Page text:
Sometimes things are so obvious, it’s easy to miss them. Sometimes the best way through, or the simplest solution is right there. We spoke to Dojo about why their app feels so fun and personable (spoiler: it’s because they are fun and personable!), and how they built a tool just for them to do what they do best.
Dojo App was created by a young, London-based team out of a shared need to discover new things to do and try beyond the local pub or nearest Starbucks. Unlike Timeout, Yelp! or Foursquare, Dojo App is deeply curated so as to offer just a neat selection to choose from. Plus, each recommendation is supplemented with aspirational photography and a write up from the Dojo team. Everything about Dojo feels chatty, charming, relevant and – in the best way – normal. It’s not corporate, it’s not so polished it’s devoid of personality, it’s not what you’d expect.
“Uber, CityMapper and Airbnb challenge conventions”, explains Jamie Shoard, the lead designer at Dojo. “They quickly made what they were doing seem obvious, and the old systems seem crazy”. Like the people behind it, and the people it’s for, Dojo operates on the belief that there’s other ways of doing things. At every turn, swipe and flick, there’s something surprising and fun – exactly how discovering a city should be.
So, when the team noticed that old systems and processes were getting in the way of their productivity, they fixed it. Other, more traditional companies would have just carried on, growing slower and more ground down, but Dojo took the time to make something new, knowing it would serve them, and ultimately their users, better in the long term.
As John Maeda wrote in his latest Design In Tech report, “products are the product of a company’s culture”. At Dojo, that chatty, charming feel was no accident, it was the result of a happy culture where everyone’s personalities came out through their work – from design and UX, to content and marketing.
“When I joined Dojo, the content team was just a few people so they only needed a basic content system and publishing tool”, explains Jamie. “Now the team has grown, and the tool felt like using Ceefax to browse the internet! Dojo exists because of our content team, it’s their style and approach that makes people love us, so of course we want to enhance their productivity and, even better, enable them to enjoy their work”.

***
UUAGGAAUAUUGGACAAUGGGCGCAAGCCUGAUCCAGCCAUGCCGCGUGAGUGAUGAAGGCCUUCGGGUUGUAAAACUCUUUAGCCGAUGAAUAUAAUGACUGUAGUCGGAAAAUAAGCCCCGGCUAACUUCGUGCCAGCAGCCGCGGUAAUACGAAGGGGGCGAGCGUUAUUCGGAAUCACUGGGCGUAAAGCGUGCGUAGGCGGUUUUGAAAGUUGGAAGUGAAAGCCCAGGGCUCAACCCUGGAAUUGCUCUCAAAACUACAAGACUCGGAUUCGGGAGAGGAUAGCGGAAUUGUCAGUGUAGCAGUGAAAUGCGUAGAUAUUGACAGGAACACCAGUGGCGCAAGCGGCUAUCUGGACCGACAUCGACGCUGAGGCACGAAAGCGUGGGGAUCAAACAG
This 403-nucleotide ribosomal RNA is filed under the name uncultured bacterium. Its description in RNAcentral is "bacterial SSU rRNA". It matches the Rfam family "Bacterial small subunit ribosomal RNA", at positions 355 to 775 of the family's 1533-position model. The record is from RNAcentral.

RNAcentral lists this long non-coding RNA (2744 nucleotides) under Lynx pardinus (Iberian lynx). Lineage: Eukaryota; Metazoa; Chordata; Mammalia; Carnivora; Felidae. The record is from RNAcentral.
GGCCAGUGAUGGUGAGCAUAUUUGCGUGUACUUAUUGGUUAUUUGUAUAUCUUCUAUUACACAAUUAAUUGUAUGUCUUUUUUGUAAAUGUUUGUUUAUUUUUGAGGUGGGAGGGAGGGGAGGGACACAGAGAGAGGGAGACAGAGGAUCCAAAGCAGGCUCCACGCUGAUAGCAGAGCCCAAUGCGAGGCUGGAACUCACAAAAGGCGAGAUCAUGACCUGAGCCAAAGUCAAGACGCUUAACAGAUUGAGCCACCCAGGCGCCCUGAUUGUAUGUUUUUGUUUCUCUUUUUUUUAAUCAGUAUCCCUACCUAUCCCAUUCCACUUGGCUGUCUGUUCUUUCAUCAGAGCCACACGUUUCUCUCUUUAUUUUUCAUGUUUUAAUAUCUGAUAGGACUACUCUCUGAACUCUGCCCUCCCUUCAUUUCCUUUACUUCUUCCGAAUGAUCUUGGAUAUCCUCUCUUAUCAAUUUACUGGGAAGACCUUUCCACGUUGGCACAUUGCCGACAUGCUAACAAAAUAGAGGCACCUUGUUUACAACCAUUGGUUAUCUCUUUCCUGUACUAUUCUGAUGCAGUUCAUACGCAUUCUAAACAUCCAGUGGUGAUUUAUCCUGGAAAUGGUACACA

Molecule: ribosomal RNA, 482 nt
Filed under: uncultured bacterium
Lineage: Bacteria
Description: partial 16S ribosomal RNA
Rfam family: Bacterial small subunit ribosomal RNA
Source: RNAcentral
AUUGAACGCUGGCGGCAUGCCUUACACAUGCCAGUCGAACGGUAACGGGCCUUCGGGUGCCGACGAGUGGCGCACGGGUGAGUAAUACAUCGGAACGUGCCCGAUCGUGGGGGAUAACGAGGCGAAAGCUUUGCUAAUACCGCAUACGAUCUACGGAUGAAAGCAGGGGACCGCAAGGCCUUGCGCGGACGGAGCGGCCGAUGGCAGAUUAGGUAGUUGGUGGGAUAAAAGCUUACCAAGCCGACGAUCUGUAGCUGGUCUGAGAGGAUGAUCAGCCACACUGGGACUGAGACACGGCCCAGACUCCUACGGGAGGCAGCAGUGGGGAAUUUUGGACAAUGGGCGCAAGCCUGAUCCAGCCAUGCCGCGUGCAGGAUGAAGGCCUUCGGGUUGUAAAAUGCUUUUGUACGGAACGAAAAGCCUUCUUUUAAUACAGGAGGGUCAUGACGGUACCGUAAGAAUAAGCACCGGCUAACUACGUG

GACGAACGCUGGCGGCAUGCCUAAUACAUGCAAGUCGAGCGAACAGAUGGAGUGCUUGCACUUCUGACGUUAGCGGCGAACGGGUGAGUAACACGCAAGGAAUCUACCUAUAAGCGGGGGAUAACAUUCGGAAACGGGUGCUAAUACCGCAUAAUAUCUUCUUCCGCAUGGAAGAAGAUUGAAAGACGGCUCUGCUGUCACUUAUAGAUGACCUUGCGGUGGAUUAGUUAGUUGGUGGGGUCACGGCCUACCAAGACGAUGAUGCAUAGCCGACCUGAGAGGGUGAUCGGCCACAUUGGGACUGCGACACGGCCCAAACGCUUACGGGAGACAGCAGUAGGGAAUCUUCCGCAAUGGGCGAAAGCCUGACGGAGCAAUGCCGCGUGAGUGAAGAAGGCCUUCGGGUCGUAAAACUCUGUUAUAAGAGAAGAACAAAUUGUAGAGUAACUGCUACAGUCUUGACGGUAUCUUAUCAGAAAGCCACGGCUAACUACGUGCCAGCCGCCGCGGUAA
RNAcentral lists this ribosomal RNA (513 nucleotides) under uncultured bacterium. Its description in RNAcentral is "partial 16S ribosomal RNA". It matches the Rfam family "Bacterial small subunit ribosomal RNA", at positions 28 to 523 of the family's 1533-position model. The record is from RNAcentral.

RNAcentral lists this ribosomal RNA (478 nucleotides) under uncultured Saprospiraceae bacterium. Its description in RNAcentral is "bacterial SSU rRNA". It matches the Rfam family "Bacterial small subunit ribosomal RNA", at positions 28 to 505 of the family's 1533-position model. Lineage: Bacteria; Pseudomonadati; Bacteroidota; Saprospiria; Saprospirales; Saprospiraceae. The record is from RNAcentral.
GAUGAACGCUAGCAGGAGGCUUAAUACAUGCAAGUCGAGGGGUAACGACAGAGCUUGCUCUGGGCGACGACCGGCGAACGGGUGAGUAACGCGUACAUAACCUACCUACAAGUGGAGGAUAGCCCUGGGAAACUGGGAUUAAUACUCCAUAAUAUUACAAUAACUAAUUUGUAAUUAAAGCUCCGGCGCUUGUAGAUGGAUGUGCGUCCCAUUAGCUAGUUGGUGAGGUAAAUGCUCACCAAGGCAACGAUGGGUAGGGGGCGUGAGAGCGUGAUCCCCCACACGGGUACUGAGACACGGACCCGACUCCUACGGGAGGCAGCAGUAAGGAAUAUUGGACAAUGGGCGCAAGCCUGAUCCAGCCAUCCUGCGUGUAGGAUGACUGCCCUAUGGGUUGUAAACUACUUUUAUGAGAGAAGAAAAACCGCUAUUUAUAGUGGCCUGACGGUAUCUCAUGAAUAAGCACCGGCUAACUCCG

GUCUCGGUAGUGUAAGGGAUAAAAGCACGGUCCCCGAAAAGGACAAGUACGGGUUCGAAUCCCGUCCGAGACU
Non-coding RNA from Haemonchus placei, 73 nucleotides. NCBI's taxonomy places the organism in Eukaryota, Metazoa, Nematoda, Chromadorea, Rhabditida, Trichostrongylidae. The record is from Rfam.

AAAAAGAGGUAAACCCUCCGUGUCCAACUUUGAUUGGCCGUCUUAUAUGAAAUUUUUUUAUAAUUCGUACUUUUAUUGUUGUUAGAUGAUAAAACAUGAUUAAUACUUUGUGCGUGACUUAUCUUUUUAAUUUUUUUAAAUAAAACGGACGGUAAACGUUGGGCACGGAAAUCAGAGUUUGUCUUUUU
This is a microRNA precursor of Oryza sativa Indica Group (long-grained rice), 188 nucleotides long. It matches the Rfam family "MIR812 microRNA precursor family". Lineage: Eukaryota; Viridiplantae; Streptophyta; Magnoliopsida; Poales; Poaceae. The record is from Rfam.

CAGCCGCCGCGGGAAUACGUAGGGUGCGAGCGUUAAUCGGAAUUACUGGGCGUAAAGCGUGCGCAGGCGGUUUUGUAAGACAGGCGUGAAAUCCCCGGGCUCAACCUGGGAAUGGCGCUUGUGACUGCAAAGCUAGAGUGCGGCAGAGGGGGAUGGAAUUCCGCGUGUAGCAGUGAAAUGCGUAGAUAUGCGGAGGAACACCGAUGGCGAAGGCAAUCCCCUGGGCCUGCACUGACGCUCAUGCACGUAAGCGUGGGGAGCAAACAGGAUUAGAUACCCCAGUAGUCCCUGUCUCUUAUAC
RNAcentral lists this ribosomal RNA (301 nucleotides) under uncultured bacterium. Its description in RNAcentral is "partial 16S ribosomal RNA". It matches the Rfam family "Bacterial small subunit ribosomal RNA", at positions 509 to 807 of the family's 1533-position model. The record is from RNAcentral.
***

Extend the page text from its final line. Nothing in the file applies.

Building from the ground up, a designer worked closely with the content team to understand their day-to-day needs, that included creating listings, scheduling content, briefing stories and photography, and collaborating with the design team. “We found out that one of team needed 20 tabs open just to do her job every day!”, said Jamie, “The frustration she felt was bound, eventually, to come out in her work”. The team used Marvel to build out the entire ‘Dojo operating system’, continually testing it with the content team to guarantee that each feature was bespoke to their needs with nothing surplus. “It’s one of the most beneficial projects we’ve done”, said Jamie, “We’re a close-knit team anyway, but the new OS makes us even more collaborative”.
It seems obvious that a happy, energised team will create a happy, energised product, and yet it’s been overlooked by so many bigger, stronger business before them. Like the newer companies they admire and sit alongside, Dojo not only challenge the old ways of doing things, they build the new ways. In answering the timeless question of “what shall we do tonight?”, Dojo are re-thinking the solutions to timeless problems both for their users, and each other.
Are you using Marvel to make things better for your team? We’d love to hear about it! Drop an email to firstname.lastname@example.org and we may feature you here on our blog.
To see how other creative teams are using Marvel to work better together, check out our DICEfm case study here.